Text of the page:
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Outrageous, fanatical claims over nuclear energy

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Ms. Moira Gallaga’s letter extolling nuclear energy (“Going nuclear: A sensible and practical option for the Philippines,” 7/29/22) failed to provide any data to support her unrealistic claims. Nuclear is neither sensible nor practical for any country—even more so for the Philippines.

Nuclear power is not a climate solution. A study in 2021 shows that the contribution of nuclear power to mitigate climate change remains—and is projected to be—very limited. Current nuclear plans would only avoid at most 2-3 percent of global emissions, and this contribution is seen to decrease further by 2040. In contrast, the Intergovernmental Panel on Climate Change—the world’s foremost authority on climate science—says that wind and solar power can potentially deliver over 33 percent of the total emissions reductions necessary by 2030.

Nuclear will not give us energy security and will not provide adequate and reliable power for the Philippines. Nuclear proponents consistently fail to mention the fact that the Philippines does not produce nuclear fuel. We will still be subject to global supply shortages and price fluctuations of nuclear fuel—and at a worse scale than coal, since only four companies in the world manufacture nuclear fuel. Nuclear power’s inflexibility has also been cited by experts as incompatible with the Philippines’ energy profile, and will be even more incompatible as the country ramps up its renewable energy (RE) portfolio.

Nuclear power will not lower electricity prices for consumers. In fact, it is the most expensive way to produce electricity. Among all types of power plants, it is the most expensive to build and maintain. Slovakia’s Mochovce 3 and 4 nuclear power plants, at 470 megawatts each, cost a whopping 5.4 billion euros (or around P288 billion). Meanwhile, the International Energy Association found that in 2020, renewables, particularly solar, were the world’s cheapest energy source.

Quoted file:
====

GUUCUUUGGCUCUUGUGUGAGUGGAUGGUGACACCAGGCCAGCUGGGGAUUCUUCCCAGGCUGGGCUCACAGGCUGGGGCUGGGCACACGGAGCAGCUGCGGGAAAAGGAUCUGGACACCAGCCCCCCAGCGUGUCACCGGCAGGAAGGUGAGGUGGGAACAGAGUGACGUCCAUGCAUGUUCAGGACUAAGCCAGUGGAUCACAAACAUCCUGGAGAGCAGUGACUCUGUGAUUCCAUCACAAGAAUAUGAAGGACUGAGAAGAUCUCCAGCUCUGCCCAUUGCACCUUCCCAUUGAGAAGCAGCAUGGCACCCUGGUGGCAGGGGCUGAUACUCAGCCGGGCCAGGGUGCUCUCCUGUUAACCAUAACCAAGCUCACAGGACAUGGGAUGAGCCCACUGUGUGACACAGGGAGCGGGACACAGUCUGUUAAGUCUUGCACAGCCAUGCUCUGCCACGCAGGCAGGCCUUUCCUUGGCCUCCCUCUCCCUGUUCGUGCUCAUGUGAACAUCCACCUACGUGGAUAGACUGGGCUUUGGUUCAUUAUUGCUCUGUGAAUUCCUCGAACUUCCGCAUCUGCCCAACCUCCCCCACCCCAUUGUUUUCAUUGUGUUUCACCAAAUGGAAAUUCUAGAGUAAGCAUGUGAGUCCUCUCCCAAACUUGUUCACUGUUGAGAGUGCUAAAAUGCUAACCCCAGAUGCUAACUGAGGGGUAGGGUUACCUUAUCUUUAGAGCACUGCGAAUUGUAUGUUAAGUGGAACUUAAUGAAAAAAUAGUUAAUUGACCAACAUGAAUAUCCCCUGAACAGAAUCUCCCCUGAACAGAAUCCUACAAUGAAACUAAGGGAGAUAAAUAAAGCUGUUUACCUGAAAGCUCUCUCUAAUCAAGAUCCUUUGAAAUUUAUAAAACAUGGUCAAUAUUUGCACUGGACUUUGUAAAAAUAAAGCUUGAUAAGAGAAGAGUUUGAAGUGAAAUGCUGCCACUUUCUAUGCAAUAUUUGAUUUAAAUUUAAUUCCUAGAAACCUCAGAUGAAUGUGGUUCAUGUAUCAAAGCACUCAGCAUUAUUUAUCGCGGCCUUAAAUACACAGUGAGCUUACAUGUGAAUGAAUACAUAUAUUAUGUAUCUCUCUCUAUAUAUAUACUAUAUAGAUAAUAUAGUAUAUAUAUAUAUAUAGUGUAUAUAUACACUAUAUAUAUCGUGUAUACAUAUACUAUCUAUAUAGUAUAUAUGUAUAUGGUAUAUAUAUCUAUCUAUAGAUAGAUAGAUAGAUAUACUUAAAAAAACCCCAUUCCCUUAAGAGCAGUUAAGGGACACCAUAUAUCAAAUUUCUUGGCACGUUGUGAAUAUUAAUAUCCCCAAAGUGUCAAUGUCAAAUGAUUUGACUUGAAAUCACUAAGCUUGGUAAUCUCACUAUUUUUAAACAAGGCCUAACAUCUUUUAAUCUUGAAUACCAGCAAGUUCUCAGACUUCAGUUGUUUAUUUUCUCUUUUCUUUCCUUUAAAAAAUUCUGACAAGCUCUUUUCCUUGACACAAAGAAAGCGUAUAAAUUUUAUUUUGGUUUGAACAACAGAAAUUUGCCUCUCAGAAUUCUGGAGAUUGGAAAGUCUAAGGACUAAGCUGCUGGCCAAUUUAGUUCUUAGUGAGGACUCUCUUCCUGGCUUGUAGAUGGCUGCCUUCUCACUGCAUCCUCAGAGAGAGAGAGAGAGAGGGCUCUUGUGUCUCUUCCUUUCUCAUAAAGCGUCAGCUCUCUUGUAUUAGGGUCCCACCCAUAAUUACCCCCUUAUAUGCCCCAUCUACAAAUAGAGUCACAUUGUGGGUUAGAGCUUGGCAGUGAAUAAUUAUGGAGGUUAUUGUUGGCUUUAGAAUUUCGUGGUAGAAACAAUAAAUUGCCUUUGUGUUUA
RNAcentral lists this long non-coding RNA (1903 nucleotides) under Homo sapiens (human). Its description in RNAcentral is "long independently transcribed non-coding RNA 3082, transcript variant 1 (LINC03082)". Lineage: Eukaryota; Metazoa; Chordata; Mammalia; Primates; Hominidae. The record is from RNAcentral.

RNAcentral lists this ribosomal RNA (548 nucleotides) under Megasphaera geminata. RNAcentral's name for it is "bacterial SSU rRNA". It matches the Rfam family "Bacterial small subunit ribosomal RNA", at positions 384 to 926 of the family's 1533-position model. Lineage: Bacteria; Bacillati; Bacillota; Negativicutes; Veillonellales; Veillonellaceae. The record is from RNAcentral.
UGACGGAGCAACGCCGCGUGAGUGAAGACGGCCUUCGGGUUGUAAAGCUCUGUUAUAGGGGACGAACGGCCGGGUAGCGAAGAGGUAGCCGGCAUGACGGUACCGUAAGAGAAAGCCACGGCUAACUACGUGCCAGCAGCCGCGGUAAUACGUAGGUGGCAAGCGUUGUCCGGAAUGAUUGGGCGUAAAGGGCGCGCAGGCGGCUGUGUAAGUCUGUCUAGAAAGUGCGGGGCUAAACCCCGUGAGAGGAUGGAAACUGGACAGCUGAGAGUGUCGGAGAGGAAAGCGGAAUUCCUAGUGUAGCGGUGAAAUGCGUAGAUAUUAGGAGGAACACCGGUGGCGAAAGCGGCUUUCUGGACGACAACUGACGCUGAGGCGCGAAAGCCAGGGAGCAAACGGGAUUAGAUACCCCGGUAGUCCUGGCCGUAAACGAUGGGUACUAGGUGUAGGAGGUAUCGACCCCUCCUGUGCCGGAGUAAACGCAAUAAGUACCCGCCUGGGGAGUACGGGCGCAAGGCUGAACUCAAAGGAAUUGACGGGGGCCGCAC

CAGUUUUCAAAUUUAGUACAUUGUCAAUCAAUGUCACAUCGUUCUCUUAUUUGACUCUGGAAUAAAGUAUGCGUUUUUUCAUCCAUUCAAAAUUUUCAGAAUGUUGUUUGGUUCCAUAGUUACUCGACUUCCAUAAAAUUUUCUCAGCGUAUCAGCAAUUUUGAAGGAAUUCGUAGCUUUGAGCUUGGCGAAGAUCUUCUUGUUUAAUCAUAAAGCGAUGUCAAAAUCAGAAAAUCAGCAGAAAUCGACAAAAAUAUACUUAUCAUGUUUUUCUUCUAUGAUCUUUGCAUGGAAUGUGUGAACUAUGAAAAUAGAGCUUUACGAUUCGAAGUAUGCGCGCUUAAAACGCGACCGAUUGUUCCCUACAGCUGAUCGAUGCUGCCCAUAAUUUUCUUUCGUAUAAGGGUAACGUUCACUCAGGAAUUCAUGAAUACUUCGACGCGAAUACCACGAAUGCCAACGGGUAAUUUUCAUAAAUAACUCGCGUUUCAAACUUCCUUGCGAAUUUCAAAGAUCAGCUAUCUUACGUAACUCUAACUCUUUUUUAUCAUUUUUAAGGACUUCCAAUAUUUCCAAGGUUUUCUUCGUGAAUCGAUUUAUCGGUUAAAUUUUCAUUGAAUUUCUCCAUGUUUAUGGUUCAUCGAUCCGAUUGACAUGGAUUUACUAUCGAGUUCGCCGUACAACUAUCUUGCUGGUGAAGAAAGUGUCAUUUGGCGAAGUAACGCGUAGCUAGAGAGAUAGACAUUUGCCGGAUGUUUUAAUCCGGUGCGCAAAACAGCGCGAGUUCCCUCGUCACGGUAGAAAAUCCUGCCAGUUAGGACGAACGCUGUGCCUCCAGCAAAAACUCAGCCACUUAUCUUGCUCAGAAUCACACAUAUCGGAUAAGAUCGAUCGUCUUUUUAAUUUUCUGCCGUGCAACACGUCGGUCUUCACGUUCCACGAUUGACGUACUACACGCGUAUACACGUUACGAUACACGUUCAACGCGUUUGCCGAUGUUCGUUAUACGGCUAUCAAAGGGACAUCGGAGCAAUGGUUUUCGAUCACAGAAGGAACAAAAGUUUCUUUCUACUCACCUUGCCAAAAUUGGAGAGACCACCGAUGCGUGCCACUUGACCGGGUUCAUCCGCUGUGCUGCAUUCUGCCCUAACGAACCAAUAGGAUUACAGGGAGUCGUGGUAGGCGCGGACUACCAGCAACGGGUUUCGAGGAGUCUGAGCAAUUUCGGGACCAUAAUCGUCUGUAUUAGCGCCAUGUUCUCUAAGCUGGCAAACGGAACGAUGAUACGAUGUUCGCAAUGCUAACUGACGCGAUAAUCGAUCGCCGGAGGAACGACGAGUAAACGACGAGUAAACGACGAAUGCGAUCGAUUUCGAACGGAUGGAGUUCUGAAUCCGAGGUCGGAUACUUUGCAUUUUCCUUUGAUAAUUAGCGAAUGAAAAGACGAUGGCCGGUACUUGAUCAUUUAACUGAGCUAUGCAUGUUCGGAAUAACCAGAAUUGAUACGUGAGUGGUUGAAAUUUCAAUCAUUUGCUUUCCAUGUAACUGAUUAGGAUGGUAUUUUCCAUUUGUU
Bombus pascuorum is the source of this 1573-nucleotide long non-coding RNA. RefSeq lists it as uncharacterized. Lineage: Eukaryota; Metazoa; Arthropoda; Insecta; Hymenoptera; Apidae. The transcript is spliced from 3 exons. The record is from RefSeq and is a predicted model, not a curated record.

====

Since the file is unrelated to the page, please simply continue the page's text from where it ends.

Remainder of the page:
The price of nuclear energy becomes even more unimaginably expensive when you include the costs for radioactive spent fuel storage, as well as nuclear accidents. The cost of clean up for Fukushima is estimated at 21.5 trillion yen (or around P9 trillion). The recent earthquakes in Abra and Ilocos provinces, and the scale of destruction caused, should make nuclear proponents rethink what they are peddling. If those provinces had nuclear plants, imagine how much worse the situation would have been—given the lax regulatory culture in the Philippines where building construction is not adequately monitored, and where we can’t even effectively monitor air pollution from coal plants.

Nuclear is a sunset industry and has been in global decline longer than coal. It is unfortunate and outrageous how the industry continues to find willing proponents in the Philippines who would put fanatical claims over fact, at the expense of climate action and human safety. The era of nuclear power is long gone, and RE is answering the call of the times. The Philippine government should disassociate itself from all these false nuclear myths and carve out a safer, better path with renewables.

Khevin Yu, energy transition campaigner, Greenpeace Philippines

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